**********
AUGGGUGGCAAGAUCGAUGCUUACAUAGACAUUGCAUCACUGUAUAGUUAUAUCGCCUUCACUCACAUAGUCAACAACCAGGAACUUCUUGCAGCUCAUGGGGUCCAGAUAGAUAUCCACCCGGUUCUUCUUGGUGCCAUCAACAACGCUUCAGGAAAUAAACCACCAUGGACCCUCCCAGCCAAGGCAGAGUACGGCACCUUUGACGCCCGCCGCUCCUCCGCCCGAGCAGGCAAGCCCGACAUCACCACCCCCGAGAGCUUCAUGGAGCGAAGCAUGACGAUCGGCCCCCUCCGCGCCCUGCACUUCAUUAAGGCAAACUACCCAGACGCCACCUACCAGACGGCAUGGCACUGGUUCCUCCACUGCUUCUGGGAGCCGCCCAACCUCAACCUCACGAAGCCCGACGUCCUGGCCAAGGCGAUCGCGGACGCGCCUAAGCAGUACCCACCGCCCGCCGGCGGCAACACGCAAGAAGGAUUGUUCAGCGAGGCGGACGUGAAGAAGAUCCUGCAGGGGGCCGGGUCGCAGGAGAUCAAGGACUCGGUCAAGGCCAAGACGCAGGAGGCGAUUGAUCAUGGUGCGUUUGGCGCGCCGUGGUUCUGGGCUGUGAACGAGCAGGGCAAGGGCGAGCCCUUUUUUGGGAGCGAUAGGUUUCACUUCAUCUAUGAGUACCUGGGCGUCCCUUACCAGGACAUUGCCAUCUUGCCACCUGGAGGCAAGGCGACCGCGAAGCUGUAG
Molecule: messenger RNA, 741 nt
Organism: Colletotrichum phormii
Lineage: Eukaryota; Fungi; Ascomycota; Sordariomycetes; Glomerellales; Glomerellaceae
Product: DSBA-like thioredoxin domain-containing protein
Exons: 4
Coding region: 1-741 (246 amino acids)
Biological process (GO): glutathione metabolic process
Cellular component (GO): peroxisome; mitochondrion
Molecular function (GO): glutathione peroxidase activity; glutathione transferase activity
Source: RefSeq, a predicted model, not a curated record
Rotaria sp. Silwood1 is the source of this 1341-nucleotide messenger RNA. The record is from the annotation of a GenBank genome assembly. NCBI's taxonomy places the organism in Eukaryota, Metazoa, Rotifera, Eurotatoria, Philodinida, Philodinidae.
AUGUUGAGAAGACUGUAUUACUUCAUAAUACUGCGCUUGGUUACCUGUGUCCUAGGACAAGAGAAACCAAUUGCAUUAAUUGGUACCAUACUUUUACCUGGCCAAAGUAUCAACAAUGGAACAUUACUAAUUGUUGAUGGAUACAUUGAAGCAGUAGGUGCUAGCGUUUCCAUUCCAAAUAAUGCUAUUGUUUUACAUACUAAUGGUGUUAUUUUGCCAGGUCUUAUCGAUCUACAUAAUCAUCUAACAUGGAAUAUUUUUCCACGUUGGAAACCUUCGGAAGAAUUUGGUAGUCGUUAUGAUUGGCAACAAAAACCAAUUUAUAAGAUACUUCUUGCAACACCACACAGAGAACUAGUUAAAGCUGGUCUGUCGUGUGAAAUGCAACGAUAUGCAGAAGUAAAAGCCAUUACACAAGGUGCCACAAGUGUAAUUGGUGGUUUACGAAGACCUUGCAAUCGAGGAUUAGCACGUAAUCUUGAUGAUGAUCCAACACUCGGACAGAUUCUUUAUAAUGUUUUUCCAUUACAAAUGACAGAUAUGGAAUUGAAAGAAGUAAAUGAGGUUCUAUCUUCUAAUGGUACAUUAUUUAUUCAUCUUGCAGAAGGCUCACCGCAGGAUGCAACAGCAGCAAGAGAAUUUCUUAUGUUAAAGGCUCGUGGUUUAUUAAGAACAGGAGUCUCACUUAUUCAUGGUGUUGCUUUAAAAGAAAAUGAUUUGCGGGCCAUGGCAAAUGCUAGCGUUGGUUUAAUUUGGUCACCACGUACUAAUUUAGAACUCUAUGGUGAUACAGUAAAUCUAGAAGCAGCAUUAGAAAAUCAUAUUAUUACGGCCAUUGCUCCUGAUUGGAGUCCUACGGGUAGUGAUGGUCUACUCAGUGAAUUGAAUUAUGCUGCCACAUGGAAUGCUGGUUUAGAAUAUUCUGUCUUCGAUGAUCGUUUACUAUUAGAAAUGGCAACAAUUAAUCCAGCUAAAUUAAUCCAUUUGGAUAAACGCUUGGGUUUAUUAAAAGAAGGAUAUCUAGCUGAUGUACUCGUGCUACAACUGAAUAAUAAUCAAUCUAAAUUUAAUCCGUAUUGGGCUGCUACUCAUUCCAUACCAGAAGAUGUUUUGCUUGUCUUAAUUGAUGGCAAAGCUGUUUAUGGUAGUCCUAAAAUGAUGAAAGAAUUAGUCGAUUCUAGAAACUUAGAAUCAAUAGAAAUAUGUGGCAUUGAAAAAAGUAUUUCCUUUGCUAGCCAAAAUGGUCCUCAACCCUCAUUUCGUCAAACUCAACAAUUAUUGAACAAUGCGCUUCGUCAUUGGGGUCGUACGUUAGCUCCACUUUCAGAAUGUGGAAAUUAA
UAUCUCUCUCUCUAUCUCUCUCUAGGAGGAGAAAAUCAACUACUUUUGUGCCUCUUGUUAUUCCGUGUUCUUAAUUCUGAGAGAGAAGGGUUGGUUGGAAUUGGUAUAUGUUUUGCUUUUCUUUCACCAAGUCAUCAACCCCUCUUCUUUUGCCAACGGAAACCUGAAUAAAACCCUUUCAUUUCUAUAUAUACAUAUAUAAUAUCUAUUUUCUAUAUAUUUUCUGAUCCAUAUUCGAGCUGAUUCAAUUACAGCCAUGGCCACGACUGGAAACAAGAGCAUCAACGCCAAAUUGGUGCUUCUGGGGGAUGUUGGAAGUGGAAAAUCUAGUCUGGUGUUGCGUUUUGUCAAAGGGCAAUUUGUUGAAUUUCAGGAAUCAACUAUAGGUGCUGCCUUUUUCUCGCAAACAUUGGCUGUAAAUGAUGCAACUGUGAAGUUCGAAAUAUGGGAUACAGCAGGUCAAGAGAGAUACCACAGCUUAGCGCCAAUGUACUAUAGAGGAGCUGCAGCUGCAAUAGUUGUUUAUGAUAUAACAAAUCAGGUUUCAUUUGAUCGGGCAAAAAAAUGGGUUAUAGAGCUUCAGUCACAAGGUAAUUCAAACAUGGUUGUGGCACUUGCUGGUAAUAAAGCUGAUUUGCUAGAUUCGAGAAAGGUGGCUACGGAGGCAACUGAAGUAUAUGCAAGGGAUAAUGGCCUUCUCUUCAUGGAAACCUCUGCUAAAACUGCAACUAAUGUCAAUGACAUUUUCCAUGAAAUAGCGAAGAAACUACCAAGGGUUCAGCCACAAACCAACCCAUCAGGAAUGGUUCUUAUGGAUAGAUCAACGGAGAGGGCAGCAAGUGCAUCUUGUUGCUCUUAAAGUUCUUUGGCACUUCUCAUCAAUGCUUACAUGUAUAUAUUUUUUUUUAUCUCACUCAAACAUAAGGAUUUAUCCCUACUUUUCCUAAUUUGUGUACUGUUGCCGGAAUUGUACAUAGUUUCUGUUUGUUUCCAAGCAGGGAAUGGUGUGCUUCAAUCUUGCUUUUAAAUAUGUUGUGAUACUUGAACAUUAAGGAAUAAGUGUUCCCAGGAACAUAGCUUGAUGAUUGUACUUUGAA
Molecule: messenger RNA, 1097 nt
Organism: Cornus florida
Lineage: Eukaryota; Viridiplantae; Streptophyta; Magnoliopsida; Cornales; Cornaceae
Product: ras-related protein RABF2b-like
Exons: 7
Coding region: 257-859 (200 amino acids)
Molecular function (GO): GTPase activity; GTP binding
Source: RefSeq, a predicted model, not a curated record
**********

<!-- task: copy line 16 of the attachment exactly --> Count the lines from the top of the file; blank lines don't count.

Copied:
Organism: Cornus florida